The Evolution of Calpurnia Tate, by Jacqueline Kelly

Evolution of Calpurnia Tate cover
Callie Tate lives on a wealthy farm of pecan trees and too many brothers in turn-of-the-century Texas. One day she gathers the courage to ask her intimidating grandfather about the two different kinds of grasshoppers she sees in the fields, and he tells her to figure it out herself. From her eureka moment — they’re the same species, the yellower of which survived to get older and fatter because they blended in better with the drought grass — she and Granddaddy are inseparable students of scientific inquiry.

Evolution was a Newbery Honor book this year, and it sure does have “Newbery” all over it, with the cute 19th-century pinafore and the spunky-yet-wholesome heroine who loves science and her granddaddy. All of which is to say, I adored it. It might seem too “good for you” for some kids, though.

It’s episodic and slice-of-life, without much in the way of overarching plot. Calpurnia is yet another “tomboy” who bravely strives to shrug off the limitations her society places on women. If actual history had had as many of these girls as YA fiction does, we would have won the vote a hell of a lot sooner. (Can we get a novel about a 19th-century girl who loves needlework and looks forward to marrying a boy from a good family? Didn’t those girls have interesting lives sometimes, too? Especially since, quite frankly, most of my students are more likely to be the modern equivalent of this girl than of Calpurnia or Caddie Woodlawn.)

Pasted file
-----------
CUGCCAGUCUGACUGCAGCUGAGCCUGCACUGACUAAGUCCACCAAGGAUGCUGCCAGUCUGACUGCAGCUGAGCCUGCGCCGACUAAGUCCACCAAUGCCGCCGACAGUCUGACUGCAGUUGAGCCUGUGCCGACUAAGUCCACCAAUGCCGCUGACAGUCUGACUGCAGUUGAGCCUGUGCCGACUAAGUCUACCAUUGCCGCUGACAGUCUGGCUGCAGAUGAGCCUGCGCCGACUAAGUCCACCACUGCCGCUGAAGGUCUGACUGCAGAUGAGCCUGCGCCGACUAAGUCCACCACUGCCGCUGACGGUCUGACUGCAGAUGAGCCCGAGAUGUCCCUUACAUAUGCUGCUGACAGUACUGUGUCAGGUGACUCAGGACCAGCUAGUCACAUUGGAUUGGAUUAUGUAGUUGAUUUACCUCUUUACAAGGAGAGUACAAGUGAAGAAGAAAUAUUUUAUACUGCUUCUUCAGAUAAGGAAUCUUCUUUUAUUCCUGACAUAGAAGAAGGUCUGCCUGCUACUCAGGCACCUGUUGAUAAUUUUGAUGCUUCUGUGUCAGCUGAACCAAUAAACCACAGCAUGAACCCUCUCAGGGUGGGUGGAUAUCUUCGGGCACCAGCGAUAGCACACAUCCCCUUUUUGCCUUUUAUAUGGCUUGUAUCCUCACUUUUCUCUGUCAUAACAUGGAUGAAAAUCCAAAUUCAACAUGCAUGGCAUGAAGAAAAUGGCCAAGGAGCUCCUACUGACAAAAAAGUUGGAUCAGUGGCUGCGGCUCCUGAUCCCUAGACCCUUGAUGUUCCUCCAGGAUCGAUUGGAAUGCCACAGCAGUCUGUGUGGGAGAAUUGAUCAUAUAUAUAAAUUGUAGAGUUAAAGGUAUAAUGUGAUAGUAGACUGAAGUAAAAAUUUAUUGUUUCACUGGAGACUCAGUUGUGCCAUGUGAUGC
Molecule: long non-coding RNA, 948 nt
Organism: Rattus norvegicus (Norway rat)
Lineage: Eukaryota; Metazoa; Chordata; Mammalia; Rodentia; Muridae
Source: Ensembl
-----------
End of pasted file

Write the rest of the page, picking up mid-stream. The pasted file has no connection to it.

I loved her relationship with Granddaddy. I loved that he wasn’t secretly a sweet doting grandfather just waiting to emerge; he was in fact as hopelessly absorbed with his own interests as he looked, but Callie fit right into that single-mindedness. (The scenes in which he forgets that she’s a kid and wants to share a celebratory shot of liquor with her? Priceless.)

And I loved the promise of a new millennium — kids might be frustrated by the lack of resolution to Callie’s problems (I sure would have been), but I know what happens after that snowy Jan. 1, 1900. The telephones and automobiles that are so novel in Callie’s town take over the world. The 19th Amendment passes in Callie’s 32nd year. More and more women go to university, become scientists. I like to think Calpurnia V. Tate is one of them.

Also reviewed at: A Fuse #8 Production and onehandclapping.

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One Response to The Evolution of Calpurnia Tate, by Jacqueline Kelly

  1. Mary says:

    I loved this book too, although I was somewhat frustrated with the lack of resolution at the end.

    But also – there are tons of books out there about girls who just want to do needlework and get married – they just haven’t been written recently. Jane Austen’s books, or Eight Cousins by Louisa May Alcott (and its sequel, Rose in Bloom), or Anne of Green Gables, would fit the bill, I think. The heroines in these books are awesome, but they’re also not unhappy with their role in life as 18th-19th century women. And despite being written in a different era and using slightly outdated language, I think they would appeal to the same kids who would read The Evolution of Calpurnia Tate.

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